Brown + Balanced in Conversation with DC’s Andra “AJ” Johnson

During these unprecedented times, the hospitality industry needs leaders like never before. Josh Davis is an industry veteran with over 15 years of experience and he is also the founder of Brown And Balanced which started as an event at Portland Cocktail Week and Camp Runamok and has since built into a stand-alone entity.

The first season aired last fall, with a focus on different Black hospitality professionals. Brown and Balanced, presented by Campari America, was such a success and is back again for Season 2, continuing on Friday, June 25th with Andra AJ Johnson, of Washington DC’s dual concept Serenata & Zumo.

At the core of Brown and Balanced is the mission to share talents and stories of Black and Brown food and beverage professionals and the projects they’re developing through digital content. As Davis describes it, “think In Living Color and Mad TV meets Charlamagne Tha God meets Black and Brown Bartenders. BOOM.”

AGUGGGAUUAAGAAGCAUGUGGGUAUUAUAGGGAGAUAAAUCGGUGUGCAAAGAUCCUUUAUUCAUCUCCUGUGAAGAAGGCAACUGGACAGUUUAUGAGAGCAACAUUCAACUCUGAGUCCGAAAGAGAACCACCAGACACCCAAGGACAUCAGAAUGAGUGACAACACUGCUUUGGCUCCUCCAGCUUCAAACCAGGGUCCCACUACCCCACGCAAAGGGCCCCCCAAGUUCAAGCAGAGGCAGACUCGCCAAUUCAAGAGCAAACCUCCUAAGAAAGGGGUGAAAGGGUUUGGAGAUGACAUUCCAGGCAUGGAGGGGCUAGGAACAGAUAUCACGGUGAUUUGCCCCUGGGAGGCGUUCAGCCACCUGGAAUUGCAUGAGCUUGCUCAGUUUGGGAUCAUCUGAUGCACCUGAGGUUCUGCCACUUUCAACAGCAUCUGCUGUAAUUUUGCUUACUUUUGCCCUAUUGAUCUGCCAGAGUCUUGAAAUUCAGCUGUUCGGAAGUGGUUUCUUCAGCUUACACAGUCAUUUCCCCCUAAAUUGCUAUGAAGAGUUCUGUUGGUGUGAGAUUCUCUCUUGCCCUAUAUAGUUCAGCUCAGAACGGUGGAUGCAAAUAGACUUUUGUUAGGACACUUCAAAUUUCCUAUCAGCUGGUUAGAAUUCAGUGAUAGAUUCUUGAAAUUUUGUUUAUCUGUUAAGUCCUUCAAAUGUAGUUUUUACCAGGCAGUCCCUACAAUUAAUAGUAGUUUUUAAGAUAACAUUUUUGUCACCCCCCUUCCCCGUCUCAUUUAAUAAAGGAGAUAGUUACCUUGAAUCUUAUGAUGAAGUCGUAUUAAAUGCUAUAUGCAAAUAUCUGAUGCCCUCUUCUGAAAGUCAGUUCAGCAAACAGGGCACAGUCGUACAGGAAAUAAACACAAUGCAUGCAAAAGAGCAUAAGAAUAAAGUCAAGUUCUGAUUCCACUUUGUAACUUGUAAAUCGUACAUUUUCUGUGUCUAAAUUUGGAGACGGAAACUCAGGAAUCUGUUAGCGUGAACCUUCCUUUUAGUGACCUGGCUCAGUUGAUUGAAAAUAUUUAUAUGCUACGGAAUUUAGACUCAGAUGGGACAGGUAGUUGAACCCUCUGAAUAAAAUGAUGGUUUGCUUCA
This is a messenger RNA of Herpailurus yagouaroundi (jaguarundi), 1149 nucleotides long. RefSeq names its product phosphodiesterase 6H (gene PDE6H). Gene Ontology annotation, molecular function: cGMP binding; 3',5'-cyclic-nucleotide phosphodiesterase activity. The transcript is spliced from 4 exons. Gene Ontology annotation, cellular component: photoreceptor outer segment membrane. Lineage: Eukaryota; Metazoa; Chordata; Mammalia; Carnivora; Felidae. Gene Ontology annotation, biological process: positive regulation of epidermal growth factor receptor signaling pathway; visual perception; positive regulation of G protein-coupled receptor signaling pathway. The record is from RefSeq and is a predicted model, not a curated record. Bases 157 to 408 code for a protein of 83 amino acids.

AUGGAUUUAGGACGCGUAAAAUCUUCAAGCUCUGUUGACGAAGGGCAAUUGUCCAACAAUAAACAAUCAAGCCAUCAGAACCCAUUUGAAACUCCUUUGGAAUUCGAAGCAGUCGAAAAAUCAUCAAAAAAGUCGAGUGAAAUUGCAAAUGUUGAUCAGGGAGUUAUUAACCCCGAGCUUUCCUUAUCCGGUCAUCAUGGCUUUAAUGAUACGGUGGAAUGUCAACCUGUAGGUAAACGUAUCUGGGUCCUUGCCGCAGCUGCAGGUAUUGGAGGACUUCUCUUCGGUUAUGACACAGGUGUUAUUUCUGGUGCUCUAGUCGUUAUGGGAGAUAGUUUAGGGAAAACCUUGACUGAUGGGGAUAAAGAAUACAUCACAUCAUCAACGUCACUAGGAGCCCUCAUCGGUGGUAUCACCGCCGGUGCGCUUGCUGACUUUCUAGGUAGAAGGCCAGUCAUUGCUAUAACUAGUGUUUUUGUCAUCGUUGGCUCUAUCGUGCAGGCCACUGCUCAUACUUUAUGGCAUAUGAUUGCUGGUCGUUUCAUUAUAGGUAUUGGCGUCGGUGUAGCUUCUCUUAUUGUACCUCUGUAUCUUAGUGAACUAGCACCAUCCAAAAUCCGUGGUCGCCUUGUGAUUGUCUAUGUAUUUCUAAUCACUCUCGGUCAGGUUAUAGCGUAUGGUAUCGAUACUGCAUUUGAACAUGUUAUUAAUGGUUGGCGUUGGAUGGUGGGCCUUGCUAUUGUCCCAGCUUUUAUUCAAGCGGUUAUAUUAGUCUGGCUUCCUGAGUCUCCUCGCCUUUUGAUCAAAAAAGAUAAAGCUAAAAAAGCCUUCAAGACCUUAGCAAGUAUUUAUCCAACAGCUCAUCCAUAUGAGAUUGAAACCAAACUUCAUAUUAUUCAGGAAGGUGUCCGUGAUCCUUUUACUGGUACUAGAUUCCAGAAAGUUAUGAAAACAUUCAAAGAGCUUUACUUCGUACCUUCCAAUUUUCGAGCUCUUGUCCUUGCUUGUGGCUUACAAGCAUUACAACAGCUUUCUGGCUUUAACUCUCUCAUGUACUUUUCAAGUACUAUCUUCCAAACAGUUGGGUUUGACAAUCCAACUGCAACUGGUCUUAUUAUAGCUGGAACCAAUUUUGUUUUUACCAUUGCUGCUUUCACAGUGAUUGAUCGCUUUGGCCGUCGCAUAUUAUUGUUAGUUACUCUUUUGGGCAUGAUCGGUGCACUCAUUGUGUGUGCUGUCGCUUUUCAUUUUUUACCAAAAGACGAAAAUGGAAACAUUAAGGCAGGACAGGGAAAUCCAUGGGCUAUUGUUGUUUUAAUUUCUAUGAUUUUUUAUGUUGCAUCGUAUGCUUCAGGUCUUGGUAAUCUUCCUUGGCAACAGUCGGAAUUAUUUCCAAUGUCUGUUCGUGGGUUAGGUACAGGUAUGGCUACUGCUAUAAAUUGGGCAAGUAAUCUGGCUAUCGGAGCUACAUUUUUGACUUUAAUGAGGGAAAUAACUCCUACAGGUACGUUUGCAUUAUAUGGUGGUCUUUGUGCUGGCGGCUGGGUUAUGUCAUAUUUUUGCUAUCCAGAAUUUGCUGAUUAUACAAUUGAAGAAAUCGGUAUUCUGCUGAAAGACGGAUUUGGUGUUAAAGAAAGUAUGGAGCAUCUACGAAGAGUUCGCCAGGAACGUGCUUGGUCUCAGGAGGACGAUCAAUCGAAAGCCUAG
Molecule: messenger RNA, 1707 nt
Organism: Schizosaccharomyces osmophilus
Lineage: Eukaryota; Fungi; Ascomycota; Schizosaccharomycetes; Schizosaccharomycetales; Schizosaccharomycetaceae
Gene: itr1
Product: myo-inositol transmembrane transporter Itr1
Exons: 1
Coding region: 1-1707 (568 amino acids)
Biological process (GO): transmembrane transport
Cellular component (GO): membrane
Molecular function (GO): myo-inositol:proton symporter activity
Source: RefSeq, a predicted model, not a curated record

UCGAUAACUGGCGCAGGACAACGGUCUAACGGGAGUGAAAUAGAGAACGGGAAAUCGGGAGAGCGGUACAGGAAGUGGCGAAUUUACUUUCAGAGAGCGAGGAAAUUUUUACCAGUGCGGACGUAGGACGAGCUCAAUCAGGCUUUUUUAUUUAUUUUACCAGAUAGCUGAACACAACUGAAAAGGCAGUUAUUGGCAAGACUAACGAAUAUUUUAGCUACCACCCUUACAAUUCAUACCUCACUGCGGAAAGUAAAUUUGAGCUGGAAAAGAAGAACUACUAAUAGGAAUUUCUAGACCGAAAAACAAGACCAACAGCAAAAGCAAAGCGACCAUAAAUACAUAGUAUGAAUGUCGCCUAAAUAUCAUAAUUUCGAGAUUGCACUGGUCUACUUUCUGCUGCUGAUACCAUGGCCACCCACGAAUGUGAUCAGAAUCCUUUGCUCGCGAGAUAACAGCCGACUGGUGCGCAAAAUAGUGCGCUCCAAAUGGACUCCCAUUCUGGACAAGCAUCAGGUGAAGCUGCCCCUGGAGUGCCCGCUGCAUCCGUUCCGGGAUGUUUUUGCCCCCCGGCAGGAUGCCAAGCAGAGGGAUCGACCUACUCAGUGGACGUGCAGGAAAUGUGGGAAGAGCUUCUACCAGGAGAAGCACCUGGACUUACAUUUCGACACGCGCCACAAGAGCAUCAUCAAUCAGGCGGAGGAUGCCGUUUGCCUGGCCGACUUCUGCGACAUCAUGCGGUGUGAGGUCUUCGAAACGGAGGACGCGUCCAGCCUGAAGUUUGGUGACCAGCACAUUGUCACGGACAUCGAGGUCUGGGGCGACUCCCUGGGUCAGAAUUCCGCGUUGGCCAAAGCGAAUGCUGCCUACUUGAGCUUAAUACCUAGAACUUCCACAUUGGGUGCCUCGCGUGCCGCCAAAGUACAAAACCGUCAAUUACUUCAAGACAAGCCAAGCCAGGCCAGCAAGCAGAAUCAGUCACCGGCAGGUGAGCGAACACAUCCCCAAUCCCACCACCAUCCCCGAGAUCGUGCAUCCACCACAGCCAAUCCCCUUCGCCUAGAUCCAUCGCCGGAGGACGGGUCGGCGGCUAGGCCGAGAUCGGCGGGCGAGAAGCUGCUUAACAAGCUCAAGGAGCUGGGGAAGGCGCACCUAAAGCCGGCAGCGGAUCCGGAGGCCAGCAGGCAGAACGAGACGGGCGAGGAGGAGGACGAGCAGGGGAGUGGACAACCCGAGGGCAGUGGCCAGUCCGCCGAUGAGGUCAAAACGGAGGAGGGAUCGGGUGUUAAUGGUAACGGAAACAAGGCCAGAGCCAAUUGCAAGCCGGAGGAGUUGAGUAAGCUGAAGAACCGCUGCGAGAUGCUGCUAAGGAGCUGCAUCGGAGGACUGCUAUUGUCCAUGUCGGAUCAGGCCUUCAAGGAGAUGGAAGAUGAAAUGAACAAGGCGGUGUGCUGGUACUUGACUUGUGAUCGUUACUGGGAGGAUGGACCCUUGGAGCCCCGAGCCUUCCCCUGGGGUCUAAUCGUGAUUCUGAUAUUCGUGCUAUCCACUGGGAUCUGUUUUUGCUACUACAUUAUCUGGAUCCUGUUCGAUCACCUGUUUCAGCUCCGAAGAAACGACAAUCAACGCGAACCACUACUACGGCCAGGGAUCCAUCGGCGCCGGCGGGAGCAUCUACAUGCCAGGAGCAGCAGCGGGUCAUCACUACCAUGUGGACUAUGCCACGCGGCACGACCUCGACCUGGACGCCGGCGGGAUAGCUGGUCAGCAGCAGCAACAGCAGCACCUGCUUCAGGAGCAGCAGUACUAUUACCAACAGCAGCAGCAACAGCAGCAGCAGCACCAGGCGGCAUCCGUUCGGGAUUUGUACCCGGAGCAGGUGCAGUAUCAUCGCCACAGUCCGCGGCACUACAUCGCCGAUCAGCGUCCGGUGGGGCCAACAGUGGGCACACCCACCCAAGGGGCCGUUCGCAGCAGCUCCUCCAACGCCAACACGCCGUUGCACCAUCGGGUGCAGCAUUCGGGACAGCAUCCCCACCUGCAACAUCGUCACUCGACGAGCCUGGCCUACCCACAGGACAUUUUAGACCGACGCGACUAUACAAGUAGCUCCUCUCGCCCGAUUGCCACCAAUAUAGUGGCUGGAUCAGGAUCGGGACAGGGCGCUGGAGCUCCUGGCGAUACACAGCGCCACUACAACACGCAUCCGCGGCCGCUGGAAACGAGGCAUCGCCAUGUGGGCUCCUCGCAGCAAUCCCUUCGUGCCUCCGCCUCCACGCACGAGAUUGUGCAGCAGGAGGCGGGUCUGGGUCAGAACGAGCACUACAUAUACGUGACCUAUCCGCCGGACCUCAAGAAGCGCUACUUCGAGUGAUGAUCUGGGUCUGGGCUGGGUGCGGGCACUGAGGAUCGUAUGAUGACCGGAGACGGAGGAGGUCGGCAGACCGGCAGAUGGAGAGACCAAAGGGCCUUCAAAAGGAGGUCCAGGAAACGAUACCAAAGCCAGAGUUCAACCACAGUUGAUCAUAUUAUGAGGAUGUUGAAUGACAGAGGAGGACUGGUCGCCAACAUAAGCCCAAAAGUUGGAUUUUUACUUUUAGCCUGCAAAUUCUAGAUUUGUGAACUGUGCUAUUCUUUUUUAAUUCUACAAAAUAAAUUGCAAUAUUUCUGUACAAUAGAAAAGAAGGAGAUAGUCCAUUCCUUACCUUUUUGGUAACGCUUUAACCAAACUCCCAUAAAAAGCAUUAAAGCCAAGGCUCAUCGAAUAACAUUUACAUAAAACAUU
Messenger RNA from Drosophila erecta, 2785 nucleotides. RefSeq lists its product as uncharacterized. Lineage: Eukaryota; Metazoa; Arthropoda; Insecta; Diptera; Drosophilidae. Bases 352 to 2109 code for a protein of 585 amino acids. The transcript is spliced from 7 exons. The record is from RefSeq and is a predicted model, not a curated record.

When quarantine and lockdowns swept the nation, Brown and Balanced hosted a series of Happy Hours over on Instagram featuring bartenders, servers, and cocktail enthusiasts from all over the U.S. to share their stories and backgrounds. After taking time to rest and restore, Brown and Balanced is coming back to continue conversations.

The next Featured Bartender of the season will be DC’s Andra “AJ” Johnson. Read on for more about Johnson’s journey and what to expect from her Brown and Balanced appearance.

Keep reading to get to know Andra “AJ” Johnson and in support of Brown & Balanced, we ask that you please keep up with all of Campari America’s industry-focused events and education by following @CampariCommunity or signing up for the Campari mailing list HERE.

Brown + Balanced in Conversation with Andra AJ Johnson

Name, City/State, most recent place of employment

Serenata & Zumo (dual concept) 1280 4th St NE, Washington, DC 20002

What are your pronouns?

She/Her

If you weren’t a Bartender what would you be doing?

Writing. Always writing.

How did you get started in the industry?

I was hired as a host at Chili’s when I was 14 and I fell in love from there.